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Risks Associated with Bottle Neck Label Printing


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scrumpyone

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Posted 15 December 2015 - 04:54 PM

Hi guys,

 

During our last audit we were asked if we printed labels for bottle neck application.

 

The answer was no, which we followed with the question why?

 

The auditor pointed out that there could be a risk of ingestion via the mouth touching the label when drinking :thumbdown: (personally I prefer a glass) :rolleyes:

 

Guess what? We have just received an enquiry to print neck labels :yeahrite:

 

So, what to do? I can't see anything in v5 of the standard & can't really see any need to do anything special tbh.

 

Has anyone else encountered this before? Should I just cover it off with risk assessment?

 

We are Low cat - non direct contact & printing flexo.


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Simon

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Posted 16 December 2015 - 07:14 AM

Its an interesting one for sure.  Your product is not coming into direct contact with food (beverage) and I agree I don't believe the standard covers this situation that a consumer may put your packaging into contact with their mouth.  If you follow the decision tree in the standard (I can't remember it off the top of my head) then I don't think it will lead to you changing your risk level.

 

As a matter of interest what kind of inks are you using and what are the labels made from?

 

Regards,

Simon


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FS consultant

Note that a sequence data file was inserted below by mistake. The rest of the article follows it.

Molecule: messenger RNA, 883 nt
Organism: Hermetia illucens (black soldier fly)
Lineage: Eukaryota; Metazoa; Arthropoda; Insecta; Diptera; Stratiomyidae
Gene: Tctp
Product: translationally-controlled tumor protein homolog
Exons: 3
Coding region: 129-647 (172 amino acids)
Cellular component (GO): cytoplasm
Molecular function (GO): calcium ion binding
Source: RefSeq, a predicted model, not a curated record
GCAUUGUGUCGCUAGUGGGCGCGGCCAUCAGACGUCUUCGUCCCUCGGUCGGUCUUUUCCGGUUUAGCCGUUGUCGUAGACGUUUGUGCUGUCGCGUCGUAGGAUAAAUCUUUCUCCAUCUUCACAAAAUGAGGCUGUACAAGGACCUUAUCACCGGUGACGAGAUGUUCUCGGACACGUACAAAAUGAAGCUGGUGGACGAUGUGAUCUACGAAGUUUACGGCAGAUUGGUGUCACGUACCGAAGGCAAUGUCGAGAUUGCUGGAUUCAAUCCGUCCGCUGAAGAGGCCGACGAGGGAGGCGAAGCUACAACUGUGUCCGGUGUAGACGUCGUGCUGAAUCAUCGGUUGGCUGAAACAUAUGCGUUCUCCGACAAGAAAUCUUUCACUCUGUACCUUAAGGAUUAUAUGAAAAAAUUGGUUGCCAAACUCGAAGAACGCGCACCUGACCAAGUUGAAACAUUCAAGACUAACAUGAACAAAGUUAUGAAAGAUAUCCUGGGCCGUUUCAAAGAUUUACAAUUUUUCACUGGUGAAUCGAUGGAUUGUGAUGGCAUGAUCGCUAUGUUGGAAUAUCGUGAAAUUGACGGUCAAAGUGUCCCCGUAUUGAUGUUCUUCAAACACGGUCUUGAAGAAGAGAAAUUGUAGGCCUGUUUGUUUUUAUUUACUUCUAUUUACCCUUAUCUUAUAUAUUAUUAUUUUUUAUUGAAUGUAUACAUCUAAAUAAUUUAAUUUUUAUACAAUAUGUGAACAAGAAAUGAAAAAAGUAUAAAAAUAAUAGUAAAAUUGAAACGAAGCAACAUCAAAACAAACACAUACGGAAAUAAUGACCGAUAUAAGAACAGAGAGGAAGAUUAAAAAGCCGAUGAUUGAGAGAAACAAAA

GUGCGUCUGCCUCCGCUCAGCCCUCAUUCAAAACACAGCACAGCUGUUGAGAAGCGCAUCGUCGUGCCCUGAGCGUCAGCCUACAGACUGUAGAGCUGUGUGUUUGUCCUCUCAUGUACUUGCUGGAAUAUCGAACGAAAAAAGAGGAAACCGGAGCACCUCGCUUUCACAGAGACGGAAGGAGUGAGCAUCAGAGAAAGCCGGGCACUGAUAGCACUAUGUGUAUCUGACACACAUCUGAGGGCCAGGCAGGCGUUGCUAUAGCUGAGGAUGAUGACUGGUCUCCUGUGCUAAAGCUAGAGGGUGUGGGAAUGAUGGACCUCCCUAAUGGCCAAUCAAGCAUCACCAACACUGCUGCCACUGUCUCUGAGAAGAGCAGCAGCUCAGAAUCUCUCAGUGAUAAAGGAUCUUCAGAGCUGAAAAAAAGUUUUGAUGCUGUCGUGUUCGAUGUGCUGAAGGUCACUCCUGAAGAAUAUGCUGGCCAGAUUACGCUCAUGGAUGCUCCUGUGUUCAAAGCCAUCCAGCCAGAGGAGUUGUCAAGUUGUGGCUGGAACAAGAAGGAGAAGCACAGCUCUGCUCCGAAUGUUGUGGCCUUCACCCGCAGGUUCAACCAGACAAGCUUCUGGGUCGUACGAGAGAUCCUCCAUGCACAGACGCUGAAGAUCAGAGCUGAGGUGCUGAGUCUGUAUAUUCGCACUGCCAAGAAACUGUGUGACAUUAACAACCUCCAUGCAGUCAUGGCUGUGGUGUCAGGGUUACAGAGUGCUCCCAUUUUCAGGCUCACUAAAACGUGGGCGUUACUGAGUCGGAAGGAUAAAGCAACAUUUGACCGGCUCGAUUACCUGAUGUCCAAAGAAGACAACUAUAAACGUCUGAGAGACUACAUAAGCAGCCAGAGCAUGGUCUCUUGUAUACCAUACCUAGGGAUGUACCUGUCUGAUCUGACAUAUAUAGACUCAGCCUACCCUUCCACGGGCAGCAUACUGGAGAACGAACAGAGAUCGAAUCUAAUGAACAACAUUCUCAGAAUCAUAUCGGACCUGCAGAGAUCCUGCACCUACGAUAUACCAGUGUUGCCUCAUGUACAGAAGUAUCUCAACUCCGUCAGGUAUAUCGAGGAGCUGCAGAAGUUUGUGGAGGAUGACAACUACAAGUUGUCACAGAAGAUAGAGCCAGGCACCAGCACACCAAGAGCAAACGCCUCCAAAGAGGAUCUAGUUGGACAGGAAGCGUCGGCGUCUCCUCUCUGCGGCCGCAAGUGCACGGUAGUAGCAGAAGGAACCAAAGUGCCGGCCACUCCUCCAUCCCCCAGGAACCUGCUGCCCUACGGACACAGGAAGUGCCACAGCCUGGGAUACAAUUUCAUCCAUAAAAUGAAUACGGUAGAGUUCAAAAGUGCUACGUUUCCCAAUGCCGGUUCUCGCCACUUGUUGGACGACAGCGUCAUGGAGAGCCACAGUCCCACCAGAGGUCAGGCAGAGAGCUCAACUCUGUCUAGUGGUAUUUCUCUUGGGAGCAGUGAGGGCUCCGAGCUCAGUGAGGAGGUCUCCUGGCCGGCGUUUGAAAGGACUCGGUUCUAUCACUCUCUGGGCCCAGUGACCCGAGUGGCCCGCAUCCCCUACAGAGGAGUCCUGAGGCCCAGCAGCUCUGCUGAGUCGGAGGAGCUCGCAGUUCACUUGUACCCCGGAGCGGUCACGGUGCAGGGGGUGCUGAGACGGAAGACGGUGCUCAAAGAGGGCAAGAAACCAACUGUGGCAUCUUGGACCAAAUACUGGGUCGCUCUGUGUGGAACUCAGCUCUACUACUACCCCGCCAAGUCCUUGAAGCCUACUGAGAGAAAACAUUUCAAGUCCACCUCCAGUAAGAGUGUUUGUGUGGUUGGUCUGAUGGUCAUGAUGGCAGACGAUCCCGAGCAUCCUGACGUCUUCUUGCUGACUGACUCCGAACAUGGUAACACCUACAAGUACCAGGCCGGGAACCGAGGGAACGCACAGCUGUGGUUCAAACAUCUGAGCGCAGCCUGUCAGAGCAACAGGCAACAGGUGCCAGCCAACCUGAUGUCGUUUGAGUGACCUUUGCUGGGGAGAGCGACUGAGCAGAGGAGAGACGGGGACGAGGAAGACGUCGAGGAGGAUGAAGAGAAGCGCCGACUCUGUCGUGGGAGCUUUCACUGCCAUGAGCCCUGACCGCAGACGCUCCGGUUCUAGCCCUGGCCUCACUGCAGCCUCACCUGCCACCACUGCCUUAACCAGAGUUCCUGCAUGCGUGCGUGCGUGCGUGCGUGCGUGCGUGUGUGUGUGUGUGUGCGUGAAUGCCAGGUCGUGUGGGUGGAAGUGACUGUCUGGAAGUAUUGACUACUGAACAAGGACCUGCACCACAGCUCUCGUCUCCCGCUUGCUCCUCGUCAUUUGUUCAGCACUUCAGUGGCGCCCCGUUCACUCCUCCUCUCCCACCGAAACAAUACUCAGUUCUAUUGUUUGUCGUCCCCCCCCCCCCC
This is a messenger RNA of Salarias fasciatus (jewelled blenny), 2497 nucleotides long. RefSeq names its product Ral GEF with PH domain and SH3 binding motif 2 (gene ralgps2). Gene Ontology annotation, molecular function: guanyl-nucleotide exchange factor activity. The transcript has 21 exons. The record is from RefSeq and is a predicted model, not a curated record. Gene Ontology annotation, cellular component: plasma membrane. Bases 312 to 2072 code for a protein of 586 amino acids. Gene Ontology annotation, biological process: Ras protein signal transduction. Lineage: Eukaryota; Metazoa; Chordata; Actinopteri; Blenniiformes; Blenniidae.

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Posted 16 December 2015 - 07:56 AM

If the bottle is refillable, then risk assessment is required. Any harmful material in the ink may leach under high temperature and other conditions while washing.



scrumpyone

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Posted 16 December 2015 - 11:20 AM

Thanks for responses.

Simon, we would normally use water based flexo ink with a UV cured over varnish.

Following much debate here, I think we will quote the job on a digital press instead. Data sheets for these toners state 'food
grade'. We will just need to ensure we source an over varnish that is also food grade.

Our retrospective risk assessment will reflect this decision.

Poulami, I believe glass bottles here in UK are now generally crushed & recycled rather than washed for re-use.


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Simon

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Posted 16 December 2015 - 06:37 PM

Thanks for the feedback Scrumpyone...looks like you solved it in the best way possible i.e. Remove the Hazard (if it ever was one) :smile:

 

Regards,

Simon


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